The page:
SYMAPI_SYNC_DIRECTION=ESTABLISH | RESTORE | BOTH

ESTABLISH confines the possible operations to just establish actions.
RESTORE confines the possible operations to just restore actions, which includes (allows) restore, failback, R1 update actions.
BOTH is the default, which does not restrict any SRDF or TimeFinder actions.

Device external locks

SYMAPI/SYMCLI uses device external locks in the Symmetrix array to lock BCV pairs during TimeFinder control operations and to lock SRDF device pairs during SRDF control operations. To list a range of Symmetrix devices (0000 to 000A) that have a device external lock, enter:

symdev list -sid 870 -devs 0000:000A -lock


SRDF/A and the consistency exempt option

When an RDF group is supporting an active SRDF/A session, control operations must be targeted at all device pairs in the session, or the session must first be made inactive by suspending the links between all device pairs in the session before attempting to control a subset of the device pairs.

The consistency exempt feature, available with EMC Enginuity® 5773.150 and higher, relaxes that restriction. Devices marked consistency exempt can, in some cases, be controlled independently of other devices in the active SRDF/A session. The -cons_exempt option flags devices targeted by the command as consistency exempt. Enginuity automatically clears the consistency exempt status when the affected device pairs have become consistent and two cycle switches have subsequently occurred.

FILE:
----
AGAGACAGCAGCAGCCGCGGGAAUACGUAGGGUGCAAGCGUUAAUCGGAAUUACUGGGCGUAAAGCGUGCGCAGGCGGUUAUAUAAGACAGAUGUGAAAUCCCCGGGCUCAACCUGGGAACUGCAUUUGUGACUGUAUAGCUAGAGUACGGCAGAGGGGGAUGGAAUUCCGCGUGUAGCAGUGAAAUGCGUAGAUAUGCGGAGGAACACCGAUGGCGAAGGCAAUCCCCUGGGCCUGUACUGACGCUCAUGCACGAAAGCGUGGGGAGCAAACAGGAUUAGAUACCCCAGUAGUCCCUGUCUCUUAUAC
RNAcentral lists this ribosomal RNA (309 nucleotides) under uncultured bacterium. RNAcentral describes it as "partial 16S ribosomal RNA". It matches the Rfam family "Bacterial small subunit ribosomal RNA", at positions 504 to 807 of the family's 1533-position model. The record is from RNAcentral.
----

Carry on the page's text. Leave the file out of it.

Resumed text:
Next

SRDF Control Operations



References

Related documentation include:
◆ EMC Solutions Enabler Release Notes
◆ EMC Solutions Enabler Installation Guide
◆ EMC Solutions Enabler Symmetrix CLI Command Reference
◆ EMC Solutions Enabler Symmetrix Array Controls CLI Product Guide
◆ EMC Solutions Enabler Symmetrix Array Management CLI Product Guide
◆ EMC Solutions Enabler Symmetrix SRM CLI Product Guide
◆ EMC Solutions Enabler Symmetrix TimeFinder Family CLI Product Guide
◆ EMC Solutions Enabler Symmetrix Migration CLI Product Guide
◆ EMC host connectivity guides for [your operating system]

Table of Contents

Chapter 1, “Getting Started, provides a brief introduction to SRDF and the SRDF
component of the Solutions Enabler SYMCLI. It also explains which SRDF documents
to read, considerations to be aware before invoking any SRDF operation, and a